The third type of reason is weak reason. Weak reason usually happens when the conclusion does not connect to the principles, or when certain principles are ignored/forgotten about. Perhaps a good example of "weak reason" can be seen in some of the historical bad laws that our country has had. For example, prohibition, which was a completely ineffective law. Why was it ineffective? Largely because it was the product of weak reasoning. More or less the argument for prohibition started with a fairly solid (and uncontroversial) premise: The loss of self-control is a bad thing. Then, considering that alcohol can cause the loss of self-control, prohibitionists argued that alcohol should be banned all-together. Of course, the problem is that there is no perfect correlation between alcohol and the loss of self-control. People drink every day without getting drunk, and so this law was the product of poor reasoning. Prohibition was based on a faulty syllogism. If A (alcohol) = B (loss of control) and only B, then banning alcohol might make sense. But if A= either B or C (people still have self control), then banning alcohol doesn't make sense, because there is no necessary implication that people will lose self control. The reality of the situation was the second equation, but prohibitionists were taking the action recommended by the first equation. That faulty reasoning led to a bad law, and they over-restricted the consumption of alcohol because of it.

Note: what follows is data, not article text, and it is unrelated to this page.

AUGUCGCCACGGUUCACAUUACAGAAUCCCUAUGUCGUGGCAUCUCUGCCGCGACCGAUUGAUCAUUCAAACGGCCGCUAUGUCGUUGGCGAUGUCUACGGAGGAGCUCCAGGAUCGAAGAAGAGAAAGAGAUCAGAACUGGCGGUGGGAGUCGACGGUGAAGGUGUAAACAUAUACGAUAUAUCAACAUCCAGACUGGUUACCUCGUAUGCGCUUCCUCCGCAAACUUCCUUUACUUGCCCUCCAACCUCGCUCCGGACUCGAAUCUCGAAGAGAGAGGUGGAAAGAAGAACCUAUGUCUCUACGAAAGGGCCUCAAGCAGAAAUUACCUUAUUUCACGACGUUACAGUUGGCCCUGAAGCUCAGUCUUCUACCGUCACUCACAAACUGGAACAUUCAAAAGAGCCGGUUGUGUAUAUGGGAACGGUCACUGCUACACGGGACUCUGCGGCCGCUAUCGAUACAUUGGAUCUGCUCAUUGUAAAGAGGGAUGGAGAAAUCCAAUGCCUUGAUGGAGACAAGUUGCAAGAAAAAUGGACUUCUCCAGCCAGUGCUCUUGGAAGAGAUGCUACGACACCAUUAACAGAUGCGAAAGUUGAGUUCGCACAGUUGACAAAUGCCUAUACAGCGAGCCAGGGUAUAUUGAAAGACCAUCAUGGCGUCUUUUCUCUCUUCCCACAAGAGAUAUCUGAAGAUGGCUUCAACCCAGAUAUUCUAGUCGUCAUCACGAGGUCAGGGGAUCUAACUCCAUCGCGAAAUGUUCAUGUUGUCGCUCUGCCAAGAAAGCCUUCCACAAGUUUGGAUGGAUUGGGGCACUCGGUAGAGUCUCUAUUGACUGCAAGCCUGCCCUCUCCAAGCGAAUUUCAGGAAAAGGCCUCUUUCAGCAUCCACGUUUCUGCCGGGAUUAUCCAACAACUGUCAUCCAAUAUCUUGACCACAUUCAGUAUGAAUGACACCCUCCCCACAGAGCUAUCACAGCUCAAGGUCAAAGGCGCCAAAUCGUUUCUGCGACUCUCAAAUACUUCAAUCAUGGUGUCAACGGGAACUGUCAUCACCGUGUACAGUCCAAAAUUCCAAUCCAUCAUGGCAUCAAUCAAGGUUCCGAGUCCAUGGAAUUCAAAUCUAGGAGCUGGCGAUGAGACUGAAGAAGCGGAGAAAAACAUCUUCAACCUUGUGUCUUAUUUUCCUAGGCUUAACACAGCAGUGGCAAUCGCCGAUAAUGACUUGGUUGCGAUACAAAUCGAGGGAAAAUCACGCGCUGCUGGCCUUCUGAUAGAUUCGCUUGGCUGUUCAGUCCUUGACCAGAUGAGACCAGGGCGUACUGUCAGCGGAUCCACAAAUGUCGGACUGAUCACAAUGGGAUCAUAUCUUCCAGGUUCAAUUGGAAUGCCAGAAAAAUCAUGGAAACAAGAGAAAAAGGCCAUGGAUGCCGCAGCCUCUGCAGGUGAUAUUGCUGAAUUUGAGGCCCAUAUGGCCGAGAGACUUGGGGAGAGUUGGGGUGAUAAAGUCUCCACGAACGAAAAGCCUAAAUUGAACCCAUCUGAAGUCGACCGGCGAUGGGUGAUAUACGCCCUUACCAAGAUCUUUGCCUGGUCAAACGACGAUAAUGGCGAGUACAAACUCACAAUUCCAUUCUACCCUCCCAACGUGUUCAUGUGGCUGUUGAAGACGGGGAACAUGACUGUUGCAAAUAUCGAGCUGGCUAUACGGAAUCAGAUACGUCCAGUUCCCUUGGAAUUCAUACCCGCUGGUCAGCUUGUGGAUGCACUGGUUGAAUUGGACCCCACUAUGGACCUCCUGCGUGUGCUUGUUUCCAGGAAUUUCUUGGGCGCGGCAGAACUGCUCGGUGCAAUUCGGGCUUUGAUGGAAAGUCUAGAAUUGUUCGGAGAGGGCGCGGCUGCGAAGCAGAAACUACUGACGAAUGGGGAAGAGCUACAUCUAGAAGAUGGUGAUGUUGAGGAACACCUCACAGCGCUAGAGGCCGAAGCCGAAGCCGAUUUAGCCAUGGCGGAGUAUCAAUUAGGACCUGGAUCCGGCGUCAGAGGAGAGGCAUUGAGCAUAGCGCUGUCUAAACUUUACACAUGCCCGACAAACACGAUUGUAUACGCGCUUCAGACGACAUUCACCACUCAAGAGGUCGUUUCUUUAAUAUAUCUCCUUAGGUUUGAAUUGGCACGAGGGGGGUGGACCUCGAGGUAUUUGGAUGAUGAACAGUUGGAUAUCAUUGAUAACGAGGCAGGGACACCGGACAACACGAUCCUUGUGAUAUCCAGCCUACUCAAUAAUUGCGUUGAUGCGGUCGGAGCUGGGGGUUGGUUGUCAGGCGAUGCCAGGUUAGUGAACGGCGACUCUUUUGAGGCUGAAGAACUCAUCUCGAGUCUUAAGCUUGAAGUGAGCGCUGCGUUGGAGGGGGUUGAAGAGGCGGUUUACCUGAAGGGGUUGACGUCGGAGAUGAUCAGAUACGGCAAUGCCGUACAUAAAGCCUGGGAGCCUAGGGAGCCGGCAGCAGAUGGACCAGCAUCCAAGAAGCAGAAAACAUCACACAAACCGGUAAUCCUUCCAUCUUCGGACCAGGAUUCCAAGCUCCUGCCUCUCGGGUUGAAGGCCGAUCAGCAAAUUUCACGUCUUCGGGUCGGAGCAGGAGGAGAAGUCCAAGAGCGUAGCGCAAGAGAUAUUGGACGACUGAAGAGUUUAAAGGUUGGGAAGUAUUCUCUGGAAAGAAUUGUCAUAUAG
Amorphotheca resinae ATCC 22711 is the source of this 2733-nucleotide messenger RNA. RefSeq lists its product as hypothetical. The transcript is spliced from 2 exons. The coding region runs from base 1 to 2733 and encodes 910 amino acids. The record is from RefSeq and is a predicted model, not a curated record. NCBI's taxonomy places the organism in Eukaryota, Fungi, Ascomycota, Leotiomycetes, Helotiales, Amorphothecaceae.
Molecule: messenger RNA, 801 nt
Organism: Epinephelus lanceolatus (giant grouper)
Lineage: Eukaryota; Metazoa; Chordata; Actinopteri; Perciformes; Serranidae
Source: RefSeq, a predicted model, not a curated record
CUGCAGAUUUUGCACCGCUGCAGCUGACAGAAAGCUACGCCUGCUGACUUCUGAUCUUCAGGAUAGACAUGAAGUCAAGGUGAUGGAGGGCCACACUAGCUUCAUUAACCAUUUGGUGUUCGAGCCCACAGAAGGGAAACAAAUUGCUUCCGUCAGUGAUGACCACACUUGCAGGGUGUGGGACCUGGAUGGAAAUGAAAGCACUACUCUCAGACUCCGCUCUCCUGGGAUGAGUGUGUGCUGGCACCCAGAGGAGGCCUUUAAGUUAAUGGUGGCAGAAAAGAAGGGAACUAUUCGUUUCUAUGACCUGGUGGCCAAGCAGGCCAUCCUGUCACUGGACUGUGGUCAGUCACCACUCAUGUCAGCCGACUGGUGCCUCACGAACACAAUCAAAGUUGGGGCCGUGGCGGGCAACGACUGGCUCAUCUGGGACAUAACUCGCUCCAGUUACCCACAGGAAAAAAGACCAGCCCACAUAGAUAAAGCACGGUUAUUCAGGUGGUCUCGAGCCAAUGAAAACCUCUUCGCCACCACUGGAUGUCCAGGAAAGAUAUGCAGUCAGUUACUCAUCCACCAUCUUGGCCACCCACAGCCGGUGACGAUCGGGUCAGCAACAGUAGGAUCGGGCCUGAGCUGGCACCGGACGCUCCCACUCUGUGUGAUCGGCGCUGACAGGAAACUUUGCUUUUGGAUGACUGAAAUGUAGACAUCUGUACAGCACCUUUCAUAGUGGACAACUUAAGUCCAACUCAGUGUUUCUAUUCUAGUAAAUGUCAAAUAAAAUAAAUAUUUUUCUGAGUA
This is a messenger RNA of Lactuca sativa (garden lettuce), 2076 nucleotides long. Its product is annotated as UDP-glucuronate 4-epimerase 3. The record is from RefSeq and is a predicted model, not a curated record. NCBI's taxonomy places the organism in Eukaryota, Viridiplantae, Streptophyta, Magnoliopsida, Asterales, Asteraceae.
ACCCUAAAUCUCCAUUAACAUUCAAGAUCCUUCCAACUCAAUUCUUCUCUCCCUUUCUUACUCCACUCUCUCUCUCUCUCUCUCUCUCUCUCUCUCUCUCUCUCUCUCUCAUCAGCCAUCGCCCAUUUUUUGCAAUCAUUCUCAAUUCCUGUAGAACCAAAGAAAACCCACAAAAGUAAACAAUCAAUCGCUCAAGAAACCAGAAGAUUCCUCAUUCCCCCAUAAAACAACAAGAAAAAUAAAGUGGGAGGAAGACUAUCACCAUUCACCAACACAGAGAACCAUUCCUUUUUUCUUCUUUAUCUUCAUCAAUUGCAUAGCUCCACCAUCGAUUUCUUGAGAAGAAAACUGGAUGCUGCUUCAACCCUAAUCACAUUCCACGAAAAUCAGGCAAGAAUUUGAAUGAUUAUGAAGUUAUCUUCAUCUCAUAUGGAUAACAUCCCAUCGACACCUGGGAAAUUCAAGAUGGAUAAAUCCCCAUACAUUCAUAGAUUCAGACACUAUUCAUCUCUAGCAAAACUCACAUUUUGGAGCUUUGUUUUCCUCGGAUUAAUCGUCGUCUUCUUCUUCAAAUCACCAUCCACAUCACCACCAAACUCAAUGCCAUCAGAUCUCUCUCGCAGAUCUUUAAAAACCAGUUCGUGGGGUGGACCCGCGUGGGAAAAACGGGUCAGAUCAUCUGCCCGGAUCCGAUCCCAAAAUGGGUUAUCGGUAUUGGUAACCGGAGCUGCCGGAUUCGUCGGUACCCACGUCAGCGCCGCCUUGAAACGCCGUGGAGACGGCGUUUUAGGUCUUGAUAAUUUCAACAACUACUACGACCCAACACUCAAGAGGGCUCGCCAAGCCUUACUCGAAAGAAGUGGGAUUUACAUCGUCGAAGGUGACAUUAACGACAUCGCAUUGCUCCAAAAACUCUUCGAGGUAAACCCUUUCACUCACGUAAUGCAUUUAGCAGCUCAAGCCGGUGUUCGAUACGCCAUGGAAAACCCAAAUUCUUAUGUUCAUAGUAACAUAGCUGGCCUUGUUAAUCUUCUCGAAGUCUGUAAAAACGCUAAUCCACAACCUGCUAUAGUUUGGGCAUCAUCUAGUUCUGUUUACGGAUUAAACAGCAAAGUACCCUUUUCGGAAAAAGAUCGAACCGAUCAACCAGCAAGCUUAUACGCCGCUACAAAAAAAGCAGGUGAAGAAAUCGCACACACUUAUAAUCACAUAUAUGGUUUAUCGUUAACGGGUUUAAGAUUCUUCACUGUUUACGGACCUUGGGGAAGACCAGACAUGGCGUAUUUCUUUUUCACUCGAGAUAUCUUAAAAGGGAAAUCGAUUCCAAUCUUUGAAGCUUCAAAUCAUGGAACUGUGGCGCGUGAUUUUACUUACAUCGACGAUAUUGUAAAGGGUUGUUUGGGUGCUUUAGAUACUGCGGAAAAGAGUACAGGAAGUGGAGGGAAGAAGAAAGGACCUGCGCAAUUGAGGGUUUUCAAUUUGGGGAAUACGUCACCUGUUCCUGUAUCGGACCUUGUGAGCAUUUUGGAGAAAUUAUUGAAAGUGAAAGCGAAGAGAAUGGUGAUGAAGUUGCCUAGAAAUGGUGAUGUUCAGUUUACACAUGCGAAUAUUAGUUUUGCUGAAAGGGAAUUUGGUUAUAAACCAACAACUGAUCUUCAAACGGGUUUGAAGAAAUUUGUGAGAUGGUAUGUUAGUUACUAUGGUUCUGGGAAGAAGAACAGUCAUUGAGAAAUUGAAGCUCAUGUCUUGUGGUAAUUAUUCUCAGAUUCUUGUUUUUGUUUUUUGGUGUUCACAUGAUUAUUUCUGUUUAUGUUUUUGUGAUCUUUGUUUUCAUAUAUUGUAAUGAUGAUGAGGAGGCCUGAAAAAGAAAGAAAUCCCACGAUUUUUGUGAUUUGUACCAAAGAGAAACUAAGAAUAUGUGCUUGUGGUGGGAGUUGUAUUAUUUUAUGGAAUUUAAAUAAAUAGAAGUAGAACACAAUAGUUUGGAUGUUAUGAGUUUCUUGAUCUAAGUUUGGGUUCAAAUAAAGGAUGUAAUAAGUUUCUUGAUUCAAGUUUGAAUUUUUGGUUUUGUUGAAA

Now, the difference between Reason Type 2 (good reason) and Reason Type 3 (weak reason) is really one of gradation. And this can really be seen in the fact that when laws are proposed or enacted legislators give reasons for those laws. We all know that sometimes those reasons are great reasons, sometimes they're good, sometimes they're mediocre, sometimes they're bad, and sometimes they're awful. So in determining whether a law is a good law or a bad law, basically you just look to the reasons behind it. Good law will be based on correct reasoning, and will therefore be persuasive. Mediocre laws will be based on some good reasoning, but with something to be said against it, and may or may not be persuasive. Bad law will be based on weak reasoning, and will be unpersuasive.

Maybe this all seems obvious, but I think it's pretty important to consider. After all, we don't just want laws that reflect our emotive desires or our urges, but rather we want well-reasoned laws. We should demand of our legislators that they construct laws that are principled and therefore persuasive. Our laws shouldn't be constructed because they serve a constituency, but rather should be constructed because they are the product of reason, (and, if they are the product of good reasoning, they won't overlook any constituency).